Perspective: A Legitimate Role for Iraq's Militias?
A series of bloody attacks on Shi'ite pilgrims traveling through central Iraq has raised the question of whether the Mahdi Army, a powerful Shi'ite militia loyal to Shi'ite cleric Moqtada al-Sadr, should be officially allowed to bear arms as a community security force. The Mahdi Army had protected previous pilgrimages, but has also been linked to executions and ethnic cleansing of Sunnis; it recently stood down its men, under pressure from the government of Prime Minister Nouri Al-Maliki, to avoid clashes with U.S. and Iraqi military forces securing Baghdad.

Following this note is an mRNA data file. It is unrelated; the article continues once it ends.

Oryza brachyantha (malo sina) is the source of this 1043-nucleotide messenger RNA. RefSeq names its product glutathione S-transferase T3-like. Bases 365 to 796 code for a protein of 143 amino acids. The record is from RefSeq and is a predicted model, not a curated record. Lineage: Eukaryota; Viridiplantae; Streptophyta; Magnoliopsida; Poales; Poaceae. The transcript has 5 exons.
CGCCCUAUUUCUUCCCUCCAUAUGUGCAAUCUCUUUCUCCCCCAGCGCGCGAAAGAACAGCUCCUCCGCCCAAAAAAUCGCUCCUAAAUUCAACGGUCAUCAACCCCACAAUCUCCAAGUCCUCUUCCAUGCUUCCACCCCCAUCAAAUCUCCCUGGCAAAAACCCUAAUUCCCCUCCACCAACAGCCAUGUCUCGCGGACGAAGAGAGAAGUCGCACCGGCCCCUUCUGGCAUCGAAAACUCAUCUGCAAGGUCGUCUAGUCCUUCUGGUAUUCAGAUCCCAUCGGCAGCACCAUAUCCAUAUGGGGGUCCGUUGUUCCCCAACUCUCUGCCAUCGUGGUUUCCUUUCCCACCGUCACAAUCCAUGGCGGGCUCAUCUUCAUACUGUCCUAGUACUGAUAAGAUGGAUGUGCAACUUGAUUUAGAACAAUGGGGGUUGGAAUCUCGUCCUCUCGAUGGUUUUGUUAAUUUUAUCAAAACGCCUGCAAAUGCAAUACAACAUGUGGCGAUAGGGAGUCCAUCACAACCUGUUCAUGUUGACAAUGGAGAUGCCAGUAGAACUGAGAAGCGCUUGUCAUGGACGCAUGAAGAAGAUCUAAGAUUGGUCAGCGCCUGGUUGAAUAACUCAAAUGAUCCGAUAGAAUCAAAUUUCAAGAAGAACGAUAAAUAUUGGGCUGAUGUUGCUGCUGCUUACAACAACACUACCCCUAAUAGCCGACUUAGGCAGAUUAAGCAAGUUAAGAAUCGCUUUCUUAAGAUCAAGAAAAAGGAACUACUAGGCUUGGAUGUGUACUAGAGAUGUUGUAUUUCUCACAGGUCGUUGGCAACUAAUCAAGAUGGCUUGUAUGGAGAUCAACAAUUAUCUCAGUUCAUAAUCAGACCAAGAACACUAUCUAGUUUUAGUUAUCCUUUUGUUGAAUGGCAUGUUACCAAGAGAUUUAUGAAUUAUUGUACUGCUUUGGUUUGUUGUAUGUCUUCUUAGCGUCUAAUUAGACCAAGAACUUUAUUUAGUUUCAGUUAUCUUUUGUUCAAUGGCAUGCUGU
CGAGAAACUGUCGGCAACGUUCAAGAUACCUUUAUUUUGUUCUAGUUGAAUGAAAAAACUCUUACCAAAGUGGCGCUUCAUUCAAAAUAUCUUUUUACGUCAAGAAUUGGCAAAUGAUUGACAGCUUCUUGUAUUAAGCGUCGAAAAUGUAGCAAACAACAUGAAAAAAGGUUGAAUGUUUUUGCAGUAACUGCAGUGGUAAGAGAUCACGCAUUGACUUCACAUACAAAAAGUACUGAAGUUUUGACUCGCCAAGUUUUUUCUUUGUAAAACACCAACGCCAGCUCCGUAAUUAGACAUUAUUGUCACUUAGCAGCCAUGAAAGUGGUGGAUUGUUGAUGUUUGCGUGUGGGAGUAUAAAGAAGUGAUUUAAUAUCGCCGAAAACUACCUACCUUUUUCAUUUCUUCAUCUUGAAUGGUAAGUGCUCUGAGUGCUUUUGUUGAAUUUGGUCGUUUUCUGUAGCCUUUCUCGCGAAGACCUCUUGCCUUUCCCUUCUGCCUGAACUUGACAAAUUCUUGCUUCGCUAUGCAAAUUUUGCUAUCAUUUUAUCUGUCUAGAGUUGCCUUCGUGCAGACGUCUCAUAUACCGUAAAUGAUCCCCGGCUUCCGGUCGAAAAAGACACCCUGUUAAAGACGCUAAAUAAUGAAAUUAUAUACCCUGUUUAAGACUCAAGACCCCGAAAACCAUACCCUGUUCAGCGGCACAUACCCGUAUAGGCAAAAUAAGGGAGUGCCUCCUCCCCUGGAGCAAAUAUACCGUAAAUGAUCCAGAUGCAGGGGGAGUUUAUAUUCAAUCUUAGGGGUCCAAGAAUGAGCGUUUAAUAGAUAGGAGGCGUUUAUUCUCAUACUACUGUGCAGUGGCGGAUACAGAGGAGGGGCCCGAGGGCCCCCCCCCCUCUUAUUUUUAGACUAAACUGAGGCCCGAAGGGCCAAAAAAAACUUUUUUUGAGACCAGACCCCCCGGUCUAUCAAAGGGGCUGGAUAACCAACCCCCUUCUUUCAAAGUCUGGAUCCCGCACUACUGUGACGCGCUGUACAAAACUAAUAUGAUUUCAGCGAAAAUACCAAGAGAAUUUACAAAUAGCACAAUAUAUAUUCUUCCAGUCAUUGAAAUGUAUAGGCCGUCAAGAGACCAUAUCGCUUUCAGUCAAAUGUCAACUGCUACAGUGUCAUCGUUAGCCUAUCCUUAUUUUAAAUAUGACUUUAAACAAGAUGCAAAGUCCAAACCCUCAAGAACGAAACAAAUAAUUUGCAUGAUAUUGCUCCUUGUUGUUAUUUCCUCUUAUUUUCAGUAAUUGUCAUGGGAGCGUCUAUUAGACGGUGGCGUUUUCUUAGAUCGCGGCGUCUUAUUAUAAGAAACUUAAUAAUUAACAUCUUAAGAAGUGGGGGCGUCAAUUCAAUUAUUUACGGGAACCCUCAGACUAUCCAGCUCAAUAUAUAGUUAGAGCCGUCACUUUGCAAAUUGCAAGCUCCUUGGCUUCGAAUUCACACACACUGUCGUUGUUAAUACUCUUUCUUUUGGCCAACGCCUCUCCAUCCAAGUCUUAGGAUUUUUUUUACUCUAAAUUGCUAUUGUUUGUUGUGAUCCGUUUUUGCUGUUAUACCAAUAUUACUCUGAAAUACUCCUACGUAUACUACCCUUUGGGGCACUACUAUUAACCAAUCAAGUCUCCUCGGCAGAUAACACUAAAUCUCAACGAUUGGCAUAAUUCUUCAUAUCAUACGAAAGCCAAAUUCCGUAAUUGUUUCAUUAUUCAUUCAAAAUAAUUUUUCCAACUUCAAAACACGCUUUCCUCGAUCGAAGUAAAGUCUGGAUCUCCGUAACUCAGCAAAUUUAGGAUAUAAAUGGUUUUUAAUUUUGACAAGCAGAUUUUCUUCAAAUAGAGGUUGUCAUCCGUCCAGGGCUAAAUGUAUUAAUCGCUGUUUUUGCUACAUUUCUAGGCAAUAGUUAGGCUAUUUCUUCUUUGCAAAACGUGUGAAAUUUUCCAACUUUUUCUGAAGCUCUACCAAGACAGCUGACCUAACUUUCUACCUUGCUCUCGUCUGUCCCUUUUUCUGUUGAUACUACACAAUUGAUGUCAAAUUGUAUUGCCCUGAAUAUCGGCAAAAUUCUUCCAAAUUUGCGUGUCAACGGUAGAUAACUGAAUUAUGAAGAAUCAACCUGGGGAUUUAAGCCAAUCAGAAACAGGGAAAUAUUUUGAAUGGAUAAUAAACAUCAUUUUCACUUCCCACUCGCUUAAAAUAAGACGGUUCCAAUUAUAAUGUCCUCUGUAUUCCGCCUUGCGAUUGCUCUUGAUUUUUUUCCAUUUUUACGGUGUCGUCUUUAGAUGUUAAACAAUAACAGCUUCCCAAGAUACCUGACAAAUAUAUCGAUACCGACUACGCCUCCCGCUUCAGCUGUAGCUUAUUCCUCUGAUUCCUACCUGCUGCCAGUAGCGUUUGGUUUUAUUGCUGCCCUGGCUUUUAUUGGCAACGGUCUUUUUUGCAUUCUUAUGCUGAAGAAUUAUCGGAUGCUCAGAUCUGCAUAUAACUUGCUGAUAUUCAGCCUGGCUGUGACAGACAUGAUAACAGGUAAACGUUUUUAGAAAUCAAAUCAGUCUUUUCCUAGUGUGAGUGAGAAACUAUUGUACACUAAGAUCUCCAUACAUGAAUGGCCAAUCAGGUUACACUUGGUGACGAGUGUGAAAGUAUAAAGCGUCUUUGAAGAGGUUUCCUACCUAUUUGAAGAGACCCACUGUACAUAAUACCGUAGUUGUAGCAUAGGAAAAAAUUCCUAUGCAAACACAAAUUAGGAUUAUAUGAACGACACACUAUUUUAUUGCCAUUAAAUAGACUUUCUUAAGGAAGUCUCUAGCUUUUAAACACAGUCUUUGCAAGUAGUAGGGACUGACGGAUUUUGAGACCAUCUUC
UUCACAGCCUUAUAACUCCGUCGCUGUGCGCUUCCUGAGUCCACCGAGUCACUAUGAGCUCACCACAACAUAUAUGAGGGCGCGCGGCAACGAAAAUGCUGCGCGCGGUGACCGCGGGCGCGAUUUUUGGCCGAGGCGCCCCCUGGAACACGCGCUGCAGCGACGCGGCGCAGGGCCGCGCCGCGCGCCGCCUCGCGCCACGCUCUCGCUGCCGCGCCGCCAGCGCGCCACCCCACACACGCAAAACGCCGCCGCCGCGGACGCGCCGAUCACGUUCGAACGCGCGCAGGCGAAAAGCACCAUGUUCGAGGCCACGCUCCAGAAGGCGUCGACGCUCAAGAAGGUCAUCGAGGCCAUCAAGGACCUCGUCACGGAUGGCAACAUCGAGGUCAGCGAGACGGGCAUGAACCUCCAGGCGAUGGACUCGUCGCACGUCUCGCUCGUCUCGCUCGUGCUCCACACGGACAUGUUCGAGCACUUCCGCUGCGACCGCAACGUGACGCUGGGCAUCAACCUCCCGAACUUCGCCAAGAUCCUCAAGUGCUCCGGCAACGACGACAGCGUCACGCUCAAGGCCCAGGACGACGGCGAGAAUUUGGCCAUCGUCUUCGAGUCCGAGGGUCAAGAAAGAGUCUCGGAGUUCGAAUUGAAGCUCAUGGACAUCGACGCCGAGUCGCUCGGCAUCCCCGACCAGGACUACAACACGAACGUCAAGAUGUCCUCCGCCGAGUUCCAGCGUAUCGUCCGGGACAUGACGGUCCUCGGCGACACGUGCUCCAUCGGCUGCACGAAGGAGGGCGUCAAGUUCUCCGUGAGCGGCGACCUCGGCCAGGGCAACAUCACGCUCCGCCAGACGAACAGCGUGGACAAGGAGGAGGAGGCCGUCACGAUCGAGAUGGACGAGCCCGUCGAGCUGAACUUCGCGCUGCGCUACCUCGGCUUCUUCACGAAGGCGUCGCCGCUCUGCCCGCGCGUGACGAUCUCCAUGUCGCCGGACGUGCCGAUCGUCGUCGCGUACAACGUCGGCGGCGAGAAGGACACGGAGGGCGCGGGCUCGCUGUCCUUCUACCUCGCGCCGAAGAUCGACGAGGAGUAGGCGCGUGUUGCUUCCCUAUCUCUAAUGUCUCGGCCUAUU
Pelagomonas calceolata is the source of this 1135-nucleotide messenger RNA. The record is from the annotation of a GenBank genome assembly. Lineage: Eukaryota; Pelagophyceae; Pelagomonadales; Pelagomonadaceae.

At a press conference last week, Gen. David Petraeus, the new U.S. commander in Iraq, was asked if the Mahdi Army might have a legitimate role in protecting Shi'ite gatherings. Petraeus seemed to suggest that such a solution might eventually be acceptable to the U.S. "You know, many of... the coalition countries have a variety of auxiliary police or other functions," Petraeus said guardedly.
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